When Harry Truman became President in April 1945 after Roosevelt’s death, he replaced Roosevelt’s Treasury Secretary Henry Morgenthau, White’s boss, with future Supreme Court justice Fred Vinson. Never a fan of White, Vinson diminished his role at Treasury and White left the department in 1947. He died the following year, in August 1948 at age 55. Although the August 1945 change in British Prime Ministers from Winston Churchill to Clement Atlee did not undermine Keynes to the same extent, his deteriorating health diminished his role after Bretton Woods as well. Keynes died in April 1946 at age 62, shortly after returning to Britain from the inaugural IMF meeting in Savannah, Georgia, his last encounter with White.
Throughout the 1950s, the US dollar assumed a “new degree of hegemony,” becoming “formally equivalent to gold. So when they sought to bolster their foreign exchange reserves to protect them from future crises, foreign governments built up large reserves of dollars” (p.374). But with more dollars in the world economy, the United States found it increasingly difficult to convert them back into gold at the official exchange rate of $35 per ounce. When Richard Nixon became president in 1969, the United States held $10.5 billion in gold, but foreign governments had $40 billion in dollar reserves, and foreign investors and corporations held another $30 billion. The world’s monetary system had become, once again, an “inverted pyramid of paper money perched on a static stack of gold” and Bretton Woods was “buckling so badly it seemed almost certain to collapse” (p.377).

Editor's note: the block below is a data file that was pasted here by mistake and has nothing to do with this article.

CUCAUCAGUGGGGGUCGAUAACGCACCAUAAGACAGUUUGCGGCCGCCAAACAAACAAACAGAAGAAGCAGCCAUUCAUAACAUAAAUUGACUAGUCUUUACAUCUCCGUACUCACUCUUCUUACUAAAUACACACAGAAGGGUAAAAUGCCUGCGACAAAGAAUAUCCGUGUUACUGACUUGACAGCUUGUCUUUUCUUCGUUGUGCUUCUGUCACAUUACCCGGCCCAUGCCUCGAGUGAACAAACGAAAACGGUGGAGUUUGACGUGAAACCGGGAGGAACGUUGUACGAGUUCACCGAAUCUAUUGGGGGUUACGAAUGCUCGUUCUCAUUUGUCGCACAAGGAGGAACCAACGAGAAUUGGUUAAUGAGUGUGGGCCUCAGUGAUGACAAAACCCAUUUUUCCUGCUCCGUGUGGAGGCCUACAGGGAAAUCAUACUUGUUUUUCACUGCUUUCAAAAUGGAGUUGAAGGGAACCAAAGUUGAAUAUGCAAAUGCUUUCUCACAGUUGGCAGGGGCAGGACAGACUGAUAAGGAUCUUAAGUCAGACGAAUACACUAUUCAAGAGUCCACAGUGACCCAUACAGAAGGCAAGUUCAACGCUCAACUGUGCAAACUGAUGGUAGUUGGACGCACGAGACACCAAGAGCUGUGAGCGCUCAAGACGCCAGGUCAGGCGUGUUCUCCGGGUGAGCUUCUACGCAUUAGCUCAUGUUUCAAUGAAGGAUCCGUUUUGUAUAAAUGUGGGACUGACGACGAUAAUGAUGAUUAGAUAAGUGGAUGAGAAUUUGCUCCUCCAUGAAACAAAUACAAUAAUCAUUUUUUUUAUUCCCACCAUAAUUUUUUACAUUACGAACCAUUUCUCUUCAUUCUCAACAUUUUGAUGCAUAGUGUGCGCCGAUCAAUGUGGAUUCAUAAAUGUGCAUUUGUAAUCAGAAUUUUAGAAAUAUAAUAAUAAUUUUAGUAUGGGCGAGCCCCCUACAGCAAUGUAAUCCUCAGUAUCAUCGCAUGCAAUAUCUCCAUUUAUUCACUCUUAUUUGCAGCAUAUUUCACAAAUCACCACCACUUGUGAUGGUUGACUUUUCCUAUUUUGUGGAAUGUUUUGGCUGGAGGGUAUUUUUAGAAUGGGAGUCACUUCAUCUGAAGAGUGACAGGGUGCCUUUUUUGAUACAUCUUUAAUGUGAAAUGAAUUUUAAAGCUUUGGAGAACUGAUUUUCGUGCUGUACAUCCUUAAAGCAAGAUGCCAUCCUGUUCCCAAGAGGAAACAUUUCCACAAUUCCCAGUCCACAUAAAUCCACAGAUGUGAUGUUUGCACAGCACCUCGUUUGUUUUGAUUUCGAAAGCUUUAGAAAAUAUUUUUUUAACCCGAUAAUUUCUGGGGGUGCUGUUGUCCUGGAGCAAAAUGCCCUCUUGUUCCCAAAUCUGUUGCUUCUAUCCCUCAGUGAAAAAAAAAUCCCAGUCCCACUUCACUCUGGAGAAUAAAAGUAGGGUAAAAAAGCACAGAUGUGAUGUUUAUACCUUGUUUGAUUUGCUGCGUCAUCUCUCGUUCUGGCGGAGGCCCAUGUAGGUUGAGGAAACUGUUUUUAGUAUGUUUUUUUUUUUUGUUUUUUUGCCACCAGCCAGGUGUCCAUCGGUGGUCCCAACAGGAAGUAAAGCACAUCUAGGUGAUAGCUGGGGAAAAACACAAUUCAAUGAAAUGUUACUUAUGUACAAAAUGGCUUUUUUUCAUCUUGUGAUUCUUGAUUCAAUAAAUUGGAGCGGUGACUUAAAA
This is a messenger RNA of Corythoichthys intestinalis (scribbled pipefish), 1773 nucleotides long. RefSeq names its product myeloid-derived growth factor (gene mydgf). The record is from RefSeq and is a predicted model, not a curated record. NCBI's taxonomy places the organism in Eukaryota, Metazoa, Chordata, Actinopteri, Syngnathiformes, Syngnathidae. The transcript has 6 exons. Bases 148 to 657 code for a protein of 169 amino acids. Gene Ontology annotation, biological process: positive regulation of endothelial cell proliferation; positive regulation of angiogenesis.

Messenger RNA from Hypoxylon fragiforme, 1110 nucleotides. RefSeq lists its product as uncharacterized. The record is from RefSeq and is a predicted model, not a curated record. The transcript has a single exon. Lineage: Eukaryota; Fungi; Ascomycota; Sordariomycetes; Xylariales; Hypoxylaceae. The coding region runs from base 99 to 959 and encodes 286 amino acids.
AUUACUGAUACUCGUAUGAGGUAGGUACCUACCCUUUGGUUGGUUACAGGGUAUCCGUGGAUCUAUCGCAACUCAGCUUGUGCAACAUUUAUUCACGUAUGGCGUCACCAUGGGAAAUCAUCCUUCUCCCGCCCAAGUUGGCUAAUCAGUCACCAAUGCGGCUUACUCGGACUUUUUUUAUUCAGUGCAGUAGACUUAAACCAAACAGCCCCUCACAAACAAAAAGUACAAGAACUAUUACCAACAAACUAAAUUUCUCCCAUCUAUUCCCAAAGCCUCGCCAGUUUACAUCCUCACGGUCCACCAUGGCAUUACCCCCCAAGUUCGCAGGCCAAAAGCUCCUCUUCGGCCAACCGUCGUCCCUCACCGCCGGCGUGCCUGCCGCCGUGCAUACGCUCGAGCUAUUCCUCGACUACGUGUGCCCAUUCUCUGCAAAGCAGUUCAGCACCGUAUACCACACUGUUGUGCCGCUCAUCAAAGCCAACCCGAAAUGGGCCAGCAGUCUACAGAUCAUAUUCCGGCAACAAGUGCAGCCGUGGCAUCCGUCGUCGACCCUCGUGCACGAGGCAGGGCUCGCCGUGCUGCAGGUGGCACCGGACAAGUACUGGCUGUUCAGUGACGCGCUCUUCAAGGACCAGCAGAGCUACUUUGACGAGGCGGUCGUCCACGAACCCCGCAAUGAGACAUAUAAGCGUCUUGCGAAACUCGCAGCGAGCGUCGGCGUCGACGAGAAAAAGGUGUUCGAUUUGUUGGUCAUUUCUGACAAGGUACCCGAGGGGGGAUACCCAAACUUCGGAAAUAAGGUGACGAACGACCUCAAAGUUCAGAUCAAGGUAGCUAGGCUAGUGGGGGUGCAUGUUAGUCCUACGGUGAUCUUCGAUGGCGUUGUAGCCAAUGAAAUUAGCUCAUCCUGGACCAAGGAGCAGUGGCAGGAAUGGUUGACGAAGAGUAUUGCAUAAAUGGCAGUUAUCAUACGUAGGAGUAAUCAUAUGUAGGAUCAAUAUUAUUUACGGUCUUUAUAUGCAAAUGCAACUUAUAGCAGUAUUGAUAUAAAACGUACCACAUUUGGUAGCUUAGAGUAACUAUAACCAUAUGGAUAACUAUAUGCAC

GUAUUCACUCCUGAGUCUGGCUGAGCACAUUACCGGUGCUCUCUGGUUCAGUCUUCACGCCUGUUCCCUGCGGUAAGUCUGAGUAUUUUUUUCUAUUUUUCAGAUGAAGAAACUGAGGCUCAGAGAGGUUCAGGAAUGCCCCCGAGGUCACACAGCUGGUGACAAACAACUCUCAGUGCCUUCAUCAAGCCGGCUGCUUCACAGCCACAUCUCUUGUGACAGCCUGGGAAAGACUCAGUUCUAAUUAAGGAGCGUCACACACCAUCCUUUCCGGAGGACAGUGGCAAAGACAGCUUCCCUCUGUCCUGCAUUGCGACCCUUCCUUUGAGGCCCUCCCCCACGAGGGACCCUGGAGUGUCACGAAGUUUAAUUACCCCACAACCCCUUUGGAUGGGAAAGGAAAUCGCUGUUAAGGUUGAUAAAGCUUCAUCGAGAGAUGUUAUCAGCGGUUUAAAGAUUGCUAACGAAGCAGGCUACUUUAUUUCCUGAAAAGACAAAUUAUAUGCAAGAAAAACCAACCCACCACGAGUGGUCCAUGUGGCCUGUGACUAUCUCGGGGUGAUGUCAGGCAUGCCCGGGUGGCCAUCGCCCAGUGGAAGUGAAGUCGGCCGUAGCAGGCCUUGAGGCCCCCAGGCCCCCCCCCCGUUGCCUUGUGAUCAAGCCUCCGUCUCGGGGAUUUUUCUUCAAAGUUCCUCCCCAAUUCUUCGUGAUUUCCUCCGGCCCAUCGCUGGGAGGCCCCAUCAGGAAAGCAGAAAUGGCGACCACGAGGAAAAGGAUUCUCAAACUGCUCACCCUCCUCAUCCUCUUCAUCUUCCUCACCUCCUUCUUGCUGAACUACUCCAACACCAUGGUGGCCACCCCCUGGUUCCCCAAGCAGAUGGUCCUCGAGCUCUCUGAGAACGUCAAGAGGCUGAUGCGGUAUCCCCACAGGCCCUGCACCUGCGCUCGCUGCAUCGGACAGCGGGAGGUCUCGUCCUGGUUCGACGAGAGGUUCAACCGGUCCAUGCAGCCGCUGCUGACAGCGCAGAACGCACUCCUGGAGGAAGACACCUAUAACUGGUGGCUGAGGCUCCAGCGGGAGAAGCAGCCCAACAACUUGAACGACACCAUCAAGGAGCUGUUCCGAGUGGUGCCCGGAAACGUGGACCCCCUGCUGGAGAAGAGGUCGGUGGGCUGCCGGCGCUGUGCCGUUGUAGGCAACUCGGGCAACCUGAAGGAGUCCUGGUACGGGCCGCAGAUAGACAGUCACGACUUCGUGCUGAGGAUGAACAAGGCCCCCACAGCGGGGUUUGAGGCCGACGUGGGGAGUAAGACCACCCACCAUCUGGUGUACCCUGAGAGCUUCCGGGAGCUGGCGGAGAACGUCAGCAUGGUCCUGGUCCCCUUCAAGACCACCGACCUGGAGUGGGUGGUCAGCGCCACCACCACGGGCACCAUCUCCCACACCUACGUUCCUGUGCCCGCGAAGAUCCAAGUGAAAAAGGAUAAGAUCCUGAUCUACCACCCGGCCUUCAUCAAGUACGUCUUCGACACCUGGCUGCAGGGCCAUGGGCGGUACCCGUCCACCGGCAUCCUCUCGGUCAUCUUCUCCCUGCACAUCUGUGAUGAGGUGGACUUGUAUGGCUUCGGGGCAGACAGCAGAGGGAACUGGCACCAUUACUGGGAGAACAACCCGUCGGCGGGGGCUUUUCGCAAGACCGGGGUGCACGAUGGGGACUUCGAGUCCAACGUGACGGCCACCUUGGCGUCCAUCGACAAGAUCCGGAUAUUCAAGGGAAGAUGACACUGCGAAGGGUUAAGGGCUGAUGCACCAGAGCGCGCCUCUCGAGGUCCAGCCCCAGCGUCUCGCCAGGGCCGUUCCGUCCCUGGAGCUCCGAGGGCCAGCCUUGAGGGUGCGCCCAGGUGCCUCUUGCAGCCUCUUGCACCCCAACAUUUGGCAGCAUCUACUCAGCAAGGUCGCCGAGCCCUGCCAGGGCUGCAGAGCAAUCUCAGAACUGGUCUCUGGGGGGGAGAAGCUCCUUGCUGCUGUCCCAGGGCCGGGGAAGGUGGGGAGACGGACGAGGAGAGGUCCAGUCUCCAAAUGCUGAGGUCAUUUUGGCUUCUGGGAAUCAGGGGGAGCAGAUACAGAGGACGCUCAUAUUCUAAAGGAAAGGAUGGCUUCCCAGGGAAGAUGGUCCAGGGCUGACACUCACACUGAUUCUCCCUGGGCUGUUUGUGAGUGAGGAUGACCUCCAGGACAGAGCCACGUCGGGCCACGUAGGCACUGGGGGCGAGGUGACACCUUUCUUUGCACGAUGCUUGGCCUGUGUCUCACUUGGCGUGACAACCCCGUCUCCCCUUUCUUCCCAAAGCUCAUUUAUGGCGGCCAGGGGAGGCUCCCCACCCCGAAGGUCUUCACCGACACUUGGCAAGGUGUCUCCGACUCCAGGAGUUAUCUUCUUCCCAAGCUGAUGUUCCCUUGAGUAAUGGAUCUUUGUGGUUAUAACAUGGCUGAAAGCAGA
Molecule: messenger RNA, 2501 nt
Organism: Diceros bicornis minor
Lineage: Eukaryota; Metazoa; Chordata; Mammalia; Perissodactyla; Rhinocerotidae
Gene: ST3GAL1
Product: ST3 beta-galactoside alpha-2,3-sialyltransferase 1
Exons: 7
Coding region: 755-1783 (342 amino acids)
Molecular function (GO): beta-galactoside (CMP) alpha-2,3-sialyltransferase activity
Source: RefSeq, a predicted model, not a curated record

In a single secluded weekend in 1971 at the Presidential retreat at Camp David, Maryland, Nixon’s advisors fashioned a plan to “close the gold window”: the United States would no longer provide gold to official foreign holders of dollars and instead would impose “aggressive new surcharges and taxes on imports intended to push other countries into revaluing their own currencies” (p.381). When Nixon agreed to his advisors’ proposal, the Bretton Woods system, which had “begun with fanfare, an unprecedented series of conferences and the deepest investigation in history into the state of macro-economics” ended overnight, “without almost anyone realizing it” (p.385). The era of fixed exchange rates was over, with currency values henceforth to be determined by “what traders and investors thought they were worth” (p.392). Since 1971, the world’s monetary system has operated on what Conway describes as an “ad hoc basis, with no particular sense of the direction in which to follow” (p.401).